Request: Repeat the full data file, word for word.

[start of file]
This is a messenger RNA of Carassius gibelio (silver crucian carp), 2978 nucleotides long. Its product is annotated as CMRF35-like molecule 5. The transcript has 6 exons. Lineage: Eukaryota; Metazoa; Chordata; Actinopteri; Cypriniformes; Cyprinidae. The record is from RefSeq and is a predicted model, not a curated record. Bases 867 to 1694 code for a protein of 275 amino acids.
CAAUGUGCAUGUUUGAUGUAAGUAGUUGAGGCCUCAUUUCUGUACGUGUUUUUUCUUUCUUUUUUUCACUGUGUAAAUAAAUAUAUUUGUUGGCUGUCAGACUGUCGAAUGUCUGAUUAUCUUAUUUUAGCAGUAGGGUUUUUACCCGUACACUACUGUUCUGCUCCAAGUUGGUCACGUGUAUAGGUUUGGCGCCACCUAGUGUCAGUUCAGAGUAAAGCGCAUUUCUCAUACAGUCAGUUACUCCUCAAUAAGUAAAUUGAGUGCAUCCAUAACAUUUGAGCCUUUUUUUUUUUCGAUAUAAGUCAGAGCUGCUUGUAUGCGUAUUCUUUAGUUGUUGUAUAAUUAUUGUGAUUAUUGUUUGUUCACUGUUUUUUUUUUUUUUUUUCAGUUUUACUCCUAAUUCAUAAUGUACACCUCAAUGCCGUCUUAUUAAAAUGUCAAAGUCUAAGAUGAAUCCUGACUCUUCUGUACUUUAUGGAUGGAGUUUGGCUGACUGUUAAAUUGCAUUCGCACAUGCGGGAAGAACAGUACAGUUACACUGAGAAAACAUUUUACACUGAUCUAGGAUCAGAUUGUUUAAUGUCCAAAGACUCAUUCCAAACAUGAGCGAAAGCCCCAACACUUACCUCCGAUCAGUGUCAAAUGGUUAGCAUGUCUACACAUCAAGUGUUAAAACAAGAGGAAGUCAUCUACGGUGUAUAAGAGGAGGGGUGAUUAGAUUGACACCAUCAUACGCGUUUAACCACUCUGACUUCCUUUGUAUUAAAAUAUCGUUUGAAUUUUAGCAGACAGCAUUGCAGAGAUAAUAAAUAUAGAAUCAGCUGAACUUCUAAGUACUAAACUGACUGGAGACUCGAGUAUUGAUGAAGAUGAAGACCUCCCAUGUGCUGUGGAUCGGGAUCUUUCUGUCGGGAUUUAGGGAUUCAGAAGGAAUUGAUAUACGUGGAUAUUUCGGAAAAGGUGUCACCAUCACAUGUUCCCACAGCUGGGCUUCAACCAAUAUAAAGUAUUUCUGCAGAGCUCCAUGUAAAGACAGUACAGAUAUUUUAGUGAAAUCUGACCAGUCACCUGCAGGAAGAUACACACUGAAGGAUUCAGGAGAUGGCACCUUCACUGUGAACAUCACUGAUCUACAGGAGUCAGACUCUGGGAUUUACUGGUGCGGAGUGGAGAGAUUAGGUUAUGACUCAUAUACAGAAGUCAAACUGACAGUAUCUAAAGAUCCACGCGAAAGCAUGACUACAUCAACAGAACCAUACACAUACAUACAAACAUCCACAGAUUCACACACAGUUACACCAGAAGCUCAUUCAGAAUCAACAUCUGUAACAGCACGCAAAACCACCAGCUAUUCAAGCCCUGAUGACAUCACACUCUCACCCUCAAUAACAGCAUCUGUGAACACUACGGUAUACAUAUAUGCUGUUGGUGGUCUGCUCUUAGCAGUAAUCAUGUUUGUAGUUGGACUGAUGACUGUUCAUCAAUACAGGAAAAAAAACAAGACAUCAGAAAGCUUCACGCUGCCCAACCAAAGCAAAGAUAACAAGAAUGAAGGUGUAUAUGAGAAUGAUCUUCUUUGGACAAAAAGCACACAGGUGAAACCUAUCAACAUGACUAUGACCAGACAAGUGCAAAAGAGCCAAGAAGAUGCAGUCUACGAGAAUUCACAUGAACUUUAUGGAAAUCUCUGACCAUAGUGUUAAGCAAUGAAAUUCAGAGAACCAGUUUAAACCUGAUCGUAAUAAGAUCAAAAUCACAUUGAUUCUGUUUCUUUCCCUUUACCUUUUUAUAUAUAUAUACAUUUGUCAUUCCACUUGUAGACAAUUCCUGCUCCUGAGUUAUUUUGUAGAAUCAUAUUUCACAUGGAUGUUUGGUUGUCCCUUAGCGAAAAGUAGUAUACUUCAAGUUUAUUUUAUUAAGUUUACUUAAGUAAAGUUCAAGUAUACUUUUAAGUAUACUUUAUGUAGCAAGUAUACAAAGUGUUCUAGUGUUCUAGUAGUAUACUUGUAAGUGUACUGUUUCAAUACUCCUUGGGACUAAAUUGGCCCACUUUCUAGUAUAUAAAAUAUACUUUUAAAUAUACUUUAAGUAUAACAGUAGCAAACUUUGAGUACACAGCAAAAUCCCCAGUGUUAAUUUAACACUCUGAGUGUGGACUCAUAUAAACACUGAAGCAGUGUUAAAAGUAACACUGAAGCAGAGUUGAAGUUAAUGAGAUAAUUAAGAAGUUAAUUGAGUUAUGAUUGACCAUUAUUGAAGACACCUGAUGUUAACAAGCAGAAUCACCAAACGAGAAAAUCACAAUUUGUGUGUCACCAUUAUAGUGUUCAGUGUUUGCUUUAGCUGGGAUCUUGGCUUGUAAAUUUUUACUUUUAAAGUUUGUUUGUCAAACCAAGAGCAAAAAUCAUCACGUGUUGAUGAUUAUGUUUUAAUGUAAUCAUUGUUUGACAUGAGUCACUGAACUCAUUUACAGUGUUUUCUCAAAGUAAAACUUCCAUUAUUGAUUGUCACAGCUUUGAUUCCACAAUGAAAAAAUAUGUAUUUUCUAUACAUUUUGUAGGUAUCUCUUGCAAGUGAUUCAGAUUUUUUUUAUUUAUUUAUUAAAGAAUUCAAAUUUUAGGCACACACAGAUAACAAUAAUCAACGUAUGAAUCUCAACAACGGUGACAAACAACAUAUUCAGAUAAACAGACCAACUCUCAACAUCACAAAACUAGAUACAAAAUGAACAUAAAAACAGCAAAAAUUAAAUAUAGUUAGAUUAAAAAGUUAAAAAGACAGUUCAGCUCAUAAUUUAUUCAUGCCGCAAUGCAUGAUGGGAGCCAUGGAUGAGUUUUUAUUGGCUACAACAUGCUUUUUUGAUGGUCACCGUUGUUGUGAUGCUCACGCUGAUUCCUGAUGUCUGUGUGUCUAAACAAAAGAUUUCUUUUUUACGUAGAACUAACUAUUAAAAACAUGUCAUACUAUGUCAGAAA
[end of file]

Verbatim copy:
This is a messenger RNA of Carassius gibelio (silver crucian carp), 2978 nucleotides long. Its product is annotated as CMRF35-like molecule 5. The transcript has 6 exons. Lineage: Eukaryota; Metazoa; Chordata; Actinopteri; Cypriniformes; Cyprinidae. The record is from RefSeq and is a predicted model, not a curated record. Bases 867 to 1694 code for a protein of 275 amino acids.
CAAUGUGCAUGUUUGAUGUAAGUAGUUGAGGCCUCAUUUCUGUACGUGUUUUUUCUUUCUUUUUUUCACUGUGUAAAUAAAUAUAUUUGUUGGCUGUCAGACUGUCGAAUGUCUGAUUAUCUUAUUUUAGCAGUAGGGUUUUUACCCGUACACUACUGUUCUGCUCCAAGUUGGUCACGUGUAUAGGUUUGGCGCCACCUAGUGUCAGUUCAGAGUAAAGCGCAUUUCUCAUACAGUCAGUUACUCCUCAAUAAGUAAAUUGAGUGCAUCCAUAACAUUUGAGCCUUUUUUUUUUUCGAUAUAAGUCAGAGCUGCUUGUAUGCGUAUUCUUUAGUUGUUGUAUAAUUAUUGUGAUUAUUGUUUGUUCACUGUUUUUUUUUUUUUUUUUCAGUUUUACUCCUAAUUCAUAAUGUACACCUCAAUGCCGUCUUAUUAAAAUGUCAAAGUCUAAGAUGAAUCCUGACUCUUCUGUACUUUAUGGAUGGAGUUUGGCUGACUGUUAAAUUGCAUUCGCACAUGCGGGAAGAACAGUACAGUUACACUGAGAAAACAUUUUACACUGAUCUAGGAUCAGAUUGUUUAAUGUCCAAAGACUCAUUCCAAACAUGAGCGAAAGCCCCAACACUUACCUCCGAUCAGUGUCAAAUGGUUAGCAUGUCUACACAUCAAGUGUUAAAACAAGAGGAAGUCAUCUACGGUGUAUAAGAGGAGGGGUGAUUAGAUUGACACCAUCAUACGCGUUUAACCACUCUGACUUCCUUUGUAUUAAAAUAUCGUUUGAAUUUUAGCAGACAGCAUUGCAGAGAUAAUAAAUAUAGAAUCAGCUGAACUUCUAAGUACUAAACUGACUGGAGACUCGAGUAUUGAUGAAGAUGAAGACCUCCCAUGUGCUGUGGAUCGGGAUCUUUCUGUCGGGAUUUAGGGAUUCAGAAGGAAUUGAUAUACGUGGAUAUUUCGGAAAAGGUGUCACCAUCACAUGUUCCCACAGCUGGGCUUCAACCAAUAUAAAGUAUUUCUGCAGAGCUCCAUGUAAAGACAGUACAGAUAUUUUAGUGAAAUCUGACCAGUCACCUGCAGGAAGAUACACACUGAAGGAUUCAGGAGAUGGCACCUUCACUGUGAACAUCACUGAUCUACAGGAGUCAGACUCUGGGAUUUACUGGUGCGGAGUGGAGAGAUUAGGUUAUGACUCAUAUACAGAAGUCAAACUGACAGUAUCUAAAGAUCCACGCGAAAGCAUGACUACAUCAACAGAACCAUACACAUACAUACAAACAUCCACAGAUUCACACACAGUUACACCAGAAGCUCAUUCAGAAUCAACAUCUGUAACAGCACGCAAAACCACCAGCUAUUCAAGCCCUGAUGACAUCACACUCUCACCCUCAAUAACAGCAUCUGUGAACACUACGGUAUACAUAUAUGCUGUUGGUGGUCUGCUCUUAGCAGUAAUCAUGUUUGUAGUUGGACUGAUGACUGUUCAUCAAUACAGGAAAAAAAACAAGACAUCAGAAAGCUUCACGCUGCCCAACCAAAGCAAAGAUAACAAGAAUGAAGGUGUAUAUGAGAAUGAUCUUCUUUGGACAAAAAGCACACAGGUGAAACCUAUCAACAUGACUAUGACCAGACAAGUGCAAAAGAGCCAAGAAGAUGCAGUCUACGAGAAUUCACAUGAACUUUAUGGAAAUCUCUGACCAUAGUGUUAAGCAAUGAAAUUCAGAGAACCAGUUUAAACCUGAUCGUAAUAAGAUCAAAAUCACAUUGAUUCUGUUUCUUUCCCUUUACCUUUUUAUAUAUAUAUACAUUUGUCAUUCCACUUGUAGACAAUUCCUGCUCCUGAGUUAUUUUGUAGAAUCAUAUUUCACAUGGAUGUUUGGUUGUCCCUUAGCGAAAAGUAGUAUACUUCAAGUUUAUUUUAUUAAGUUUACUUAAGUAAAGUUCAAGUAUACUUUUAAGUAUACUUUAUGUAGCAAGUAUACAAAGUGUUCUAGUGUUCUAGUAGUAUACUUGUAAGUGUACUGUUUCAAUACUCCUUGGGACUAAAUUGGCCCACUUUCUAGUAUAUAAAAUAUACUUUUAAAUAUACUUUAAGUAUAACAGUAGCAAACUUUGAGUACACAGCAAAAUCCCCAGUGUUAAUUUAACACUCUGAGUGUGGACUCAUAUAAACACUGAAGCAGUGUUAAAAGUAACACUGAAGCAGAGUUGAAGUUAAUGAGAUAAUUAAGAAGUUAAUUGAGUUAUGAUUGACCAUUAUUGAAGACACCUGAUGUUAACAAGCAGAAUCACCAAACGAGAAAAUCACAAUUUGUGUGUCACCAUUAUAGUGUUCAGUGUUUGCUUUAGCUGGGAUCUUGGCUUGUAAAUUUUUACUUUUAAAGUUUGUUUGUCAAACCAAGAGCAAAAAUCAUCACGUGUUGAUGAUUAUGUUUUAAUGUAAUCAUUGUUUGACAUGAGUCACUGAACUCAUUUACAGUGUUUUCUCAAAGUAAAACUUCCAUUAUUGAUUGUCACAGCUUUGAUUCCACAAUGAAAAAAUAUGUAUUUUCUAUACAUUUUGUAGGUAUCUCUUGCAAGUGAUUCAGAUUUUUUUUAUUUAUUUAUUAAAGAAUUCAAAUUUUAGGCACACACAGAUAACAAUAAUCAACGUAUGAAUCUCAACAACGGUGACAAACAACAUAUUCAGAUAAACAGACCAACUCUCAACAUCACAAAACUAGAUACAAAAUGAACAUAAAAACAGCAAAAAUUAAAUAUAGUUAGAUUAAAAAGUUAAAAAGACAGUUCAGCUCAUAAUUUAUUCAUGCCGCAAUGCAUGAUGGGAGCCAUGGAUGAGUUUUUAUUGGCUACAACAUGCUUUUUUGAUGGUCACCGUUGUUGUGAUGCUCACGCUGAUUCCUGAUGUCUGUGUGUCUAAACAAAAGAUUUCUUUUUUACGUAGAACUAACUAUUAAAAACAUGUCAUACUAUGUCAGAAA